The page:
DISCUSSION The larger wing size found in Morpho peleides females comp ared to males was expected. It is a long known characteristic of the species and is useful in identifying sex (Young 1972). The inbred group was shown to have significantly smaller average body size than either of the wild groups, and these results corrobo rate findings from previous studies (Perkins 2008, Goldish 2009). Similar trends have been observed in other animals (Swett et al. 1949, Fredrickson & Hedrick 2001 ), although the evolutionary reasons behind this change are pending discovery. Because fitnes s is known to decline in small, restricted populations due to inbreeding depression (Clarke 1995, Saccheri et al. 1998, Casula et al. 2004) body size may infer intraspecific fitness level in butterflies. Indeed, decreased wing size can impair flying abilit y, and antenna length plays an important role in flight balance as well as food and pheromone sensing (DeVries1987). The fact that asymmetry did not differ significantly between the wild and inbred groups suggests that asymmetry may not be a good indicato r of fitness in M. peleides Natural wear and tear on wings due to environmental factors may compromise asymmetry measures for this particular morphological character. To ensure the accuracy and validity of asymmetry measures, perhaps studies seeking to de tect developmental instability in natural populations should choose morphological traits that are the least subject to environmental wear. However, it is also possible that differences in technique or methodology between studies factored into symmetry resu lts. Mass was only determined for individuals from the inbred population, and it was positively correlated with right forewing length, meaning larger butterflies have greater body mass. The positive correlation I found between mass and fecundity would thu s confer higher fecundity in the two wild groups. This finding may have serious consequences for establishment of future generations in inbreeding butterfly populations. Assuming inbreeding will predictably cause reduced body size, as discussed previously, fecundity would likely decrease as a result. This could, in turn, lower reproductive output, decreasing the population size in subsequent generations and further bolstering inbreeding depression. I am describing a potentially destructive positive feedback loop. DeRose and Roff (1999) found that life history traits experience greater inbreeding depression than morphological traits, and they attributed this to life history traits being more closely related to fitness. However, in this case, it is alteration of a morphological trait that constrains an important life history trait, fecundity. ACKNOWLEDGEMENTS I thank Pablo Allen for his continuous guidance and support as I struggled with uncooperative butterflies, for his help building cages, and for his pati ence in helping me build a good theoretical basis and statistical analysis last minute. Thank you to Alan Masters for his thoughtful insights for my initial experimental design. Lastly, I thank the Estacin Biolgica de Monteverde for allowing me to use th eir facilities.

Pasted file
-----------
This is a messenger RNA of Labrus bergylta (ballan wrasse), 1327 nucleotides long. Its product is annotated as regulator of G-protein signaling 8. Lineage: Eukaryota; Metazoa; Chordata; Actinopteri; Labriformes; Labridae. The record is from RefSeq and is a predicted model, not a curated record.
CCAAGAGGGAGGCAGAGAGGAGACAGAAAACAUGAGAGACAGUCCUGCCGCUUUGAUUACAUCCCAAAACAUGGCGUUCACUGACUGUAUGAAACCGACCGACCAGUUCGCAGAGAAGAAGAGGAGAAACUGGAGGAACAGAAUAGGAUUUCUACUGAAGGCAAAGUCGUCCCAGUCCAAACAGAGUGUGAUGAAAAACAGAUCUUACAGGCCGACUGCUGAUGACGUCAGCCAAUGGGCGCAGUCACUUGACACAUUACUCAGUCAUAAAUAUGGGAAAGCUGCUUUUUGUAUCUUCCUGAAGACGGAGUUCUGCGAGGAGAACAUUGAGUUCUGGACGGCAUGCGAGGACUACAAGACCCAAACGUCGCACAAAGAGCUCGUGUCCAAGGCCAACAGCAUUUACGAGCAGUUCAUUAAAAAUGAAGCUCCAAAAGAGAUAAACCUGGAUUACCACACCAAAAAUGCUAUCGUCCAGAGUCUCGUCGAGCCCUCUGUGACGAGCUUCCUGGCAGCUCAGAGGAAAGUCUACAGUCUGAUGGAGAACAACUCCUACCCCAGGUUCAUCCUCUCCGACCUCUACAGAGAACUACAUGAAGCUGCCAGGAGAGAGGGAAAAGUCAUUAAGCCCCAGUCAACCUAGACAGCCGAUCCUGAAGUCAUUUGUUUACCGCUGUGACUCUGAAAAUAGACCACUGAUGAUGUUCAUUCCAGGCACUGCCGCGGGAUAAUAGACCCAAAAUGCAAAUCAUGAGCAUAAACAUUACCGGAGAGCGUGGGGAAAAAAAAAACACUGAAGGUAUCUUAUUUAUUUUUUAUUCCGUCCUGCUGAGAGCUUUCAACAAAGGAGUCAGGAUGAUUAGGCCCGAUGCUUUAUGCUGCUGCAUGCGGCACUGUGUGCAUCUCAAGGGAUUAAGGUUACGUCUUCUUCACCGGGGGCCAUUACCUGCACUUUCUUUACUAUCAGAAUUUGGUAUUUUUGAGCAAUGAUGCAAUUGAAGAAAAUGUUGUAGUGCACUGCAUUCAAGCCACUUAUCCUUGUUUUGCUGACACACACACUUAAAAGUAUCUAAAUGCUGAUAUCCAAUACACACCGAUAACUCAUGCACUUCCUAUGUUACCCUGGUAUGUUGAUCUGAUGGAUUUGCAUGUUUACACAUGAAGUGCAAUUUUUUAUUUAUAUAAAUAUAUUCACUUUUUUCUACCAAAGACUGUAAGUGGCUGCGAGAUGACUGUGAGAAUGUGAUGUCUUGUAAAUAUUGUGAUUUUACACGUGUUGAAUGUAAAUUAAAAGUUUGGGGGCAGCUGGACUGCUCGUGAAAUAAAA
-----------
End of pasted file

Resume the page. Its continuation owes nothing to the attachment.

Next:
LITERATURE CITED Bauerfeind, S. S. 2007. Evolutionary and proximate constraints on egg size in butterflies. Ph.D. dissertation. Universitt Bayreuth, Bayreuth, Germany. Casula, P., D. Scanu, R. Crnjar, A. Grill, and A. Marchi. 2004. Th e fragmented population structure of the Sardinian chalk hill blue butterfly (Lepidoptera, Lycaenidae). J. for Nature Conservation 12: 77 83. Charlesworth, D. and B. Charlesworth. 1987. Inbreeding depression and its evolutionary consequences. Ann. Rev. Eco l. Syst. 18: 237 68. DeRose, M. A. and D. A. Roff. 1999. A comparison of inbreeding depression in life history and morphological traits in animals. Evolution 53: 1288 1292. DeVries, P. J. 1987. The Butterflies of Costa Rica and Their Natural History Pg: 9 20, 244. Princeton University Press, New Jersey. Fischer, K. 2006. Reduced mating vigor in selection lines of the butterfly Bicyclus anynana J. of Insect Behavior 19: 657 668. Fredrickson, R. and P. Hendrick. 2001. Body size in endangered Mexican wolves: effects of inbreeding and cross lineage matings. Animal Conservation 5: 39 43. Goldish, D. 2009. Captive breeding causes small body size in Morpho peleides limpida (Nymphalidae: Morphinae). In: Spring 2009 Tropical Ecology and Conservation Council on Int ernational Educational Exchange, Monteverde, Costa Rica, pp. 173 179. Honek, A. 1993. Intraspecific variation in body size and fecundity in insects: a general relationship. OIKIS 66: 483 492. Leather, S. R. 1988. Size, reproductive potential and fecundity seem. OIKOS 51: 386 389. Perkins, E. 2008. Evidence of lowered fitness in captive populations of Nymphalidae butterflies. In: Fall 2008 Tropical Ecology and Conservation Council on International Educational Exch ange, Monteverde, Costa Rica, pp. 155 164. Saccheri, I., M. Kuussaari, M. Kankare, P. Vikman, W. Fortelius, and I. Hanski. 1998. Inbreeding and extinction in a butterfly metapopulation. Nature 392: 491 494. Saccheri, I. J., R. A. Nichols, and P. M. Brakefi eld. 2001. Effects of bottlenecks on quantitative genetic variation in the butterfly Bicyclus anynana Genet. Res., Camb. 77: 167 181. Swett, W. W., C. A. Matthews, and M. H. Fohrman. 1949. Effect of inbreeding on body size, anatomy, and producing capacity of grade Holstein cows. Technical Bulletin. United States Dept. of Agriculture. Issue 990: 34pp. Tammaru, T., P. Kaitaniemi, and K. Ruohomaki. 1996. Realized fecundity in Epirrita autumnata (Lepidoptera: Geomotridae): relation to body size and consequence s to population dynamics. OIKOS 77: 407 416. Vandewoestijne, S., N. Schtickzelle and M. Baguette. 2008. Positive correlation between genetic diversity and fitness in a large, well connected metapopulation. BMC Biology 6: 46 56. Wheeler, D. 1996. The role o f nourishment in oogenesis. Annu. Rev. Entomol. 41: 407 431. Young, A. M. Community ecology of some tropical rain forest butterflies. American Midland Naturalist 87: 146 157.